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Tom Mauser, whose 15-year-old son Daniel also died at Columbine, says his primary concern about the release of the Virginia Tech killer's videos was the timing. "Two days after this tragedy in Virginia, two days before the anniversary of Columbine—I think that was a terrible time to present this video," he says.

Before releasing the videos, Tom says NBC should have consulted with the public. "They are part of the community, and they have to be sensitive to what that does," he says. "We had a killer who had a manifesto, and NBC allowed itself to be used by that killer to broadcast that manifesto. Unfortunately, I think we do have to release materials like this, but there's a time. And I frankly think the world could have waited a while before getting this information."

Steve Capus, however, says NBC did not publish the manifesto but only small part of it—which probably thwarted the shooter's intentions. "He didn't get what he wanted, because we withheld so much of it," he says.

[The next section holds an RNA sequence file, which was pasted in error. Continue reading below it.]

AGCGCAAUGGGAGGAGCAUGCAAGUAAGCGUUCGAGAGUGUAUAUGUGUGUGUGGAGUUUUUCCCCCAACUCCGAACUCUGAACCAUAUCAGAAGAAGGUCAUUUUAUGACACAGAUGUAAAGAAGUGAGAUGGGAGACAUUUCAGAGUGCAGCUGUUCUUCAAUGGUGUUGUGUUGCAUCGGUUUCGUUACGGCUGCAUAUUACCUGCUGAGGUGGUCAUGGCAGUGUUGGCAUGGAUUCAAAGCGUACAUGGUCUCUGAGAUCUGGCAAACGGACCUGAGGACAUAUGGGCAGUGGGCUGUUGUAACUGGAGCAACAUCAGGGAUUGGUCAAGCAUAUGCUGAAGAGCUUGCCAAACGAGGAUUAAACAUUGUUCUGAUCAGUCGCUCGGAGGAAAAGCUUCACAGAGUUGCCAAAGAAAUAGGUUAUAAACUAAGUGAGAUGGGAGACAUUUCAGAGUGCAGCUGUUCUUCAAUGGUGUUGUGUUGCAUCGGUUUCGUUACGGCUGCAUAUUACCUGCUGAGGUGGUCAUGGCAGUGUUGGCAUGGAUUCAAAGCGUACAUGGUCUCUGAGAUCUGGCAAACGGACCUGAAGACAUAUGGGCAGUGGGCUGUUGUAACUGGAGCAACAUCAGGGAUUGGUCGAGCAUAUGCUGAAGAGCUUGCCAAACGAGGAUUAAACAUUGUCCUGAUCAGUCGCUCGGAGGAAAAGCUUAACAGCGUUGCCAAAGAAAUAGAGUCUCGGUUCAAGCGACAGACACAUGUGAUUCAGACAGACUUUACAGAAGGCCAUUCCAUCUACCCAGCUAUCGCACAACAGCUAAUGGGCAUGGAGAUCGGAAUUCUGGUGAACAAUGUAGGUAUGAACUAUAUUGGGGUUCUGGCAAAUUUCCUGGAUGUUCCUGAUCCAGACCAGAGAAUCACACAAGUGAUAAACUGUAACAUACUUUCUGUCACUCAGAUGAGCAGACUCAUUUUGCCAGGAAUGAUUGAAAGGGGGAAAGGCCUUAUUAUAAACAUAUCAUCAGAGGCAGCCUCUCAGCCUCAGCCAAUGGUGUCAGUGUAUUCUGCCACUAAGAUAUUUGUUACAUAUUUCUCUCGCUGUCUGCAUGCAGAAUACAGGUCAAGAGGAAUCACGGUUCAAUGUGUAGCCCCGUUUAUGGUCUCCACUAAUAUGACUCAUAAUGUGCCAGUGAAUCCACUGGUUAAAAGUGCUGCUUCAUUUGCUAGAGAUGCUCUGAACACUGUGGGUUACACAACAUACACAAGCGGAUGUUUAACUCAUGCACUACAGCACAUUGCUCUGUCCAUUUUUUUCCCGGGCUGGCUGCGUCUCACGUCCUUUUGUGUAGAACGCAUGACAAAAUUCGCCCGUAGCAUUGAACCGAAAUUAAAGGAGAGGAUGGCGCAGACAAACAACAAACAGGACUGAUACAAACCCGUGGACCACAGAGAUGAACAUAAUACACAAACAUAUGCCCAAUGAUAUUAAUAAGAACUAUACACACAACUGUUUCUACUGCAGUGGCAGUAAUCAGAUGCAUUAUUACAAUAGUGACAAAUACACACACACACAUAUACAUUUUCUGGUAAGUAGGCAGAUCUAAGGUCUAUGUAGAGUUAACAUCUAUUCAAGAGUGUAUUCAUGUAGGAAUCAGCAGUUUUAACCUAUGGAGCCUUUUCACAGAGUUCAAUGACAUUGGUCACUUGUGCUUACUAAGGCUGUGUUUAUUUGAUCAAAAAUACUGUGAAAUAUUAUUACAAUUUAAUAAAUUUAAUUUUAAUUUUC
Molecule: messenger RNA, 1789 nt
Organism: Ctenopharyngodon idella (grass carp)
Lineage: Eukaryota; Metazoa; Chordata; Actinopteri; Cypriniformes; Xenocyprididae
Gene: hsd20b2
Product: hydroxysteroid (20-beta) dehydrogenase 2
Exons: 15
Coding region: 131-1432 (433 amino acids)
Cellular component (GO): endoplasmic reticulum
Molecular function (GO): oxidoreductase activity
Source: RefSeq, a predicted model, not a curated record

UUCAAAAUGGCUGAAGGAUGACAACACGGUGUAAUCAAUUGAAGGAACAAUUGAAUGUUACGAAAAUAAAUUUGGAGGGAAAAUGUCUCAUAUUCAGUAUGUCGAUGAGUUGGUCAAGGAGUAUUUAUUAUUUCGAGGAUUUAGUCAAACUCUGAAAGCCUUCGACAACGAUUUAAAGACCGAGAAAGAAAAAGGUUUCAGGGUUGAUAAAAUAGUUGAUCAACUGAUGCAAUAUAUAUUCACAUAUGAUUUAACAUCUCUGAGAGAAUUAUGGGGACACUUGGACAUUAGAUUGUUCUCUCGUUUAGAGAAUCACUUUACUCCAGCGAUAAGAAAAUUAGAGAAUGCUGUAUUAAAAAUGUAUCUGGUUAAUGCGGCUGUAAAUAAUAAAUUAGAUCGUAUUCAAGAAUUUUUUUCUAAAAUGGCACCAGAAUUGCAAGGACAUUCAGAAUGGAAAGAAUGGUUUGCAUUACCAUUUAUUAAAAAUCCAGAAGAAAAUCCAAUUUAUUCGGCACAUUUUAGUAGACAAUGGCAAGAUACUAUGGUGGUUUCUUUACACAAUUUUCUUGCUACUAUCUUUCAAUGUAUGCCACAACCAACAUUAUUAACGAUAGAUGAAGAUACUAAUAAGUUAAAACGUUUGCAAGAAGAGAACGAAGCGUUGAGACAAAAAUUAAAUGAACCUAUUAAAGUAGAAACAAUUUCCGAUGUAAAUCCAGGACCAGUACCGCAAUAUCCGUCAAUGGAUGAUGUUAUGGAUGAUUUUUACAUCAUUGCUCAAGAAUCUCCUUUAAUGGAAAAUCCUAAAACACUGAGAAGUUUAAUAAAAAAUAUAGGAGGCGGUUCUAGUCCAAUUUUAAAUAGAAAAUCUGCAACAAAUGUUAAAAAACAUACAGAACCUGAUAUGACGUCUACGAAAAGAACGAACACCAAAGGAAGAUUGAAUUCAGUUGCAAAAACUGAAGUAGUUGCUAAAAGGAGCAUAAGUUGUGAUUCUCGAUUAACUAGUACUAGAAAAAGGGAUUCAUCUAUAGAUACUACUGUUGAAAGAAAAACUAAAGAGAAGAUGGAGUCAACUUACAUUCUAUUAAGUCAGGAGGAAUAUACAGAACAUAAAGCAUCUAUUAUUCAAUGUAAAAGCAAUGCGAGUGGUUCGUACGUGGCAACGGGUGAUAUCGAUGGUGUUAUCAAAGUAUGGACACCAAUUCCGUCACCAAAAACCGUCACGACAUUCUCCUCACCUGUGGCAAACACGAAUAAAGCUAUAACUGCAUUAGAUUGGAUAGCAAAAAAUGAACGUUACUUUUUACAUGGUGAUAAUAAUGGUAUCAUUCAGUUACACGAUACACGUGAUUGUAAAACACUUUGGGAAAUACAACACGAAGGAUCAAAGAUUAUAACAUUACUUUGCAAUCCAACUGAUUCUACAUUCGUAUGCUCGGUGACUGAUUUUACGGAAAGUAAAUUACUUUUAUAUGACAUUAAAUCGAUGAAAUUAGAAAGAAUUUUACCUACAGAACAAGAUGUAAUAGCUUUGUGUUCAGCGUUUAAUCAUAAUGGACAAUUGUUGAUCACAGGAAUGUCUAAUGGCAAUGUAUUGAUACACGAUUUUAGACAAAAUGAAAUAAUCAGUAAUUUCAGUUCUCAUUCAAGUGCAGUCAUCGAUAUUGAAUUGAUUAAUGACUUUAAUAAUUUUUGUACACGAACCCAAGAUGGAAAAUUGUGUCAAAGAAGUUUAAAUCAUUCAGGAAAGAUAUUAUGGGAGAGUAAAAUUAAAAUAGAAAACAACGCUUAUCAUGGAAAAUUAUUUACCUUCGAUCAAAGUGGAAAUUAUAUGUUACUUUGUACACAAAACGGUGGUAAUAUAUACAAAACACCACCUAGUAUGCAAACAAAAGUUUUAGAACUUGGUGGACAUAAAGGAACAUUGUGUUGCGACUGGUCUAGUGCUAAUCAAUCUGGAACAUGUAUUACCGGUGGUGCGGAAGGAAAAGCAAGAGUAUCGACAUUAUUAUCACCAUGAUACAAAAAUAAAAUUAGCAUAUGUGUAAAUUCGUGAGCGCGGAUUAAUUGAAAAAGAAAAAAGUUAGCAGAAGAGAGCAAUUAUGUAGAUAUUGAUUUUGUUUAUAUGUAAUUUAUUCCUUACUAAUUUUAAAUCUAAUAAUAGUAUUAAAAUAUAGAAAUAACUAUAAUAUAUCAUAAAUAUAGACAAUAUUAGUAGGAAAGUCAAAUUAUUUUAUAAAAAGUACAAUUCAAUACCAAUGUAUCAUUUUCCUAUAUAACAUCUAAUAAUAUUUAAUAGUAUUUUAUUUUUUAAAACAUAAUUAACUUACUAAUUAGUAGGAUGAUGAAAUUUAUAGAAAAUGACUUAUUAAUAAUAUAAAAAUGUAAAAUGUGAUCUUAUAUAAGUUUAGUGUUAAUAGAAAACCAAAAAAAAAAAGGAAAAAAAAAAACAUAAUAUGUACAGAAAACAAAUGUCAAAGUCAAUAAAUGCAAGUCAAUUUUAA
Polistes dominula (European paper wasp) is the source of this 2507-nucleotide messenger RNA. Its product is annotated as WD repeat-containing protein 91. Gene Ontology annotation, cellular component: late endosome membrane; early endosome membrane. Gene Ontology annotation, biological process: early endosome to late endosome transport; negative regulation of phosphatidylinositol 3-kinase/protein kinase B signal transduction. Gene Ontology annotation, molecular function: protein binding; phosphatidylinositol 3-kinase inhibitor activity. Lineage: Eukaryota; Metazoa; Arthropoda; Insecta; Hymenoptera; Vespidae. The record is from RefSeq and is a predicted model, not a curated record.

In releasing parts of the videos, Steve says the intention was to try to provide people with some answers behind the shootings—not to put the killer on a pedestal. "Our video was after the fact. There wasn't a glorification," Steve says. "In this man's twisted mind, the glorification came when he carried out these hateful acts. It wasn't the videotape that glorified it."
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FROM: The Virginia Tech Videotape Controversy
Published on January 01, 2006

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